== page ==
Put all that together and you can see that it’s a no-brainer to ask monthly donors to “give a little more each month.”

Here’s a quick summary of how we do it:

  • Once a year, run a mini-campaign to monthly donors that asks them to increase their monthly gift by a few dollars.
  • A direct mail letter tends to be the anchor of the campaign. Include email if you can. The best-performing campaigns always include telemarketing, but you don’t need it to succeed.
  • The campaign’s messaging thanks the donor for the good they are faithfully doing every month, tells the donor how either/both costs and the need are increasing, and asks the donor if they, “could give an extra $4, $7 or even $11 more each month to help” (or something like that).

Oh, and we usually run the campaign in one of two general timeslots: January 15 through February 15, or September after Labor Day.

You’ll be thrilled at how many of your monthly donors say “yes” and start giving more each month. And I’ve never seen the increase in their monthly giving affect their response to other fundraising efforts throughout the year.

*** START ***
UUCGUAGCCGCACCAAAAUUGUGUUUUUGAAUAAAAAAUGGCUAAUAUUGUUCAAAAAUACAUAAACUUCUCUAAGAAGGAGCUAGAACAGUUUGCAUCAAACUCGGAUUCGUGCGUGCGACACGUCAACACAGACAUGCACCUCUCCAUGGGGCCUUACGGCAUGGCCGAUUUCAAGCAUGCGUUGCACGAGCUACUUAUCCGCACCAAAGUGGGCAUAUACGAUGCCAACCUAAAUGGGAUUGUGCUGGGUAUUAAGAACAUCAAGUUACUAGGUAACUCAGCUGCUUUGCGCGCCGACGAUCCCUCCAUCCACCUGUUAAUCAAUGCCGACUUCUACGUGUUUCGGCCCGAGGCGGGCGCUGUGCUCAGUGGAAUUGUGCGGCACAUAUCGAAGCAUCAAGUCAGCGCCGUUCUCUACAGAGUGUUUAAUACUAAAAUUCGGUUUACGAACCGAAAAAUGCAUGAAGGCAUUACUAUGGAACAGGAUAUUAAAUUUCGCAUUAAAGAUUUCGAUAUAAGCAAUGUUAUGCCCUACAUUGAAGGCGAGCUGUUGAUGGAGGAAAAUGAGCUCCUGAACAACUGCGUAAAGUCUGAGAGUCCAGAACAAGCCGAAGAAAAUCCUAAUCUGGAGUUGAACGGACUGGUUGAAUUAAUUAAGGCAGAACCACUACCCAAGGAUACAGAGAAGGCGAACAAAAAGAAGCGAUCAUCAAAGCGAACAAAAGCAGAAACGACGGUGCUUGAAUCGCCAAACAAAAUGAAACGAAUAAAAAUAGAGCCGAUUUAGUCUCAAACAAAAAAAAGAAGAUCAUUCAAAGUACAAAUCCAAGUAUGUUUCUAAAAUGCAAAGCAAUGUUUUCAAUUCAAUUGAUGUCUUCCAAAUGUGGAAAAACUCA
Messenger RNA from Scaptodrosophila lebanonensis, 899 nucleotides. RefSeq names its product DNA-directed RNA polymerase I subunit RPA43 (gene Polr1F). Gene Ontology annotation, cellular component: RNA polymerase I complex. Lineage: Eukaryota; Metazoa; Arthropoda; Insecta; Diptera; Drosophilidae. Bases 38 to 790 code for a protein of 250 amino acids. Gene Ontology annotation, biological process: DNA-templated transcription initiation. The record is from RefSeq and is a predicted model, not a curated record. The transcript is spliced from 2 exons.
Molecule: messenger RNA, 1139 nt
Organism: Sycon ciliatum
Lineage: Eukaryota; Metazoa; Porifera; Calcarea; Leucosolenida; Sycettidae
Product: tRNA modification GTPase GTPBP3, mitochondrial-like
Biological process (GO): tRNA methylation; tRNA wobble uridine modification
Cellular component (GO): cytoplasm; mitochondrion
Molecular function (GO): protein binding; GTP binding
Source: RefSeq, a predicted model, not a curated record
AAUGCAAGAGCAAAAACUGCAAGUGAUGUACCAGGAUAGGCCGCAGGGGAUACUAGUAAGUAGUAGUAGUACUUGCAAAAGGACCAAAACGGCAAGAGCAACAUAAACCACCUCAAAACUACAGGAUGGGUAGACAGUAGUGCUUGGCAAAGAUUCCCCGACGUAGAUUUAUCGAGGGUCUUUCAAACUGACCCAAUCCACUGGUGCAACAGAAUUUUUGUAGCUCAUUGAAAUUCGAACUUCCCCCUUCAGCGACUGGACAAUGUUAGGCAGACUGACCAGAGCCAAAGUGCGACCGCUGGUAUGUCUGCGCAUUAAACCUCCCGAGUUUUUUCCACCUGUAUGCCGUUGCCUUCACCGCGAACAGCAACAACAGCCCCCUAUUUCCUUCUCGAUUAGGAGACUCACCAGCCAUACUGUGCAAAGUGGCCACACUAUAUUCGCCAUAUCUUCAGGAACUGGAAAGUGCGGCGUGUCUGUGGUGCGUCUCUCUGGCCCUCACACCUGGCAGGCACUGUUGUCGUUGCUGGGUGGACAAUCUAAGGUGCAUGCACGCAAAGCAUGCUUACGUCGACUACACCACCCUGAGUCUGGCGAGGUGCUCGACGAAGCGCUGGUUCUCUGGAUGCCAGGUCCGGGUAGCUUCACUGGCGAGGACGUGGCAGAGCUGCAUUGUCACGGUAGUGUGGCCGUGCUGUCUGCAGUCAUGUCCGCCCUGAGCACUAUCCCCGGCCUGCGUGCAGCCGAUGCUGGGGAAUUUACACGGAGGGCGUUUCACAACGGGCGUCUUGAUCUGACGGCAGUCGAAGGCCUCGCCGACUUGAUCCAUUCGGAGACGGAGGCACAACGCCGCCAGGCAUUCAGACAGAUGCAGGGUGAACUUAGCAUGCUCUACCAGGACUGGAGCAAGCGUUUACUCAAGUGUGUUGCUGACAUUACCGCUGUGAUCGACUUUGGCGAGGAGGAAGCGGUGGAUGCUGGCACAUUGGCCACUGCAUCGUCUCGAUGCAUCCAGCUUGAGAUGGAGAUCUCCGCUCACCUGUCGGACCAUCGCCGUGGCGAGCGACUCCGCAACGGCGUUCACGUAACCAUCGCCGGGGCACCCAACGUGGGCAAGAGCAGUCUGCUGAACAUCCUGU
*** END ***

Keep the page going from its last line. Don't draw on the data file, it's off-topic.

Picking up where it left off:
The things you might fear will happen, won’t happen. You won’t have mass cancellations. You won’t get complaints.

I helped an organization with a thriving monthly donor program do this for the first time several years ago. They began raising an additional $60,000 every single month. Now they run the “monthly donor upgrade” campaign once a year, and they send it to every returning monthly donor who didn’t upgrade the previous year.

Now, that’s a big organization. But right now, many of your monthly donors could be giving your organization a little more money each month and would be happy to do it.

My recommendation? Prepare a “monthly donor upgrade” campaign and run it this September or at the beginning of next year. You’ll be thrilled you did.

Outline for How to Respond to a Complaint

Receive complaint.

Here’s a handy outline for how to handle a complaint in person or on the phone.

You’re welcome to modify the outline as needed for your organization – there isn’t any magic in any one particular step. But there is magic in the overall approach, which I’ll describe below.

This approach assumes that the person complaining is reacting to the content or strategy of your fundraising, as opposed to an error the organization made, like mailing a donor who has asked not to be mailed, or calling a donor by the wrong name, etc.

Here’s the outline:

  • Thank the person for getting in touch.
  • Ask them to tell you what’s bothering them.
  • When they are finished, ask, “Is there anything else?”
  • Thank them for reading and responding to your fundraising.
  • Tell them that you appreciate them because most people a) don’t pay as close attention as they do, and b) don’t get in touch when they have a problem.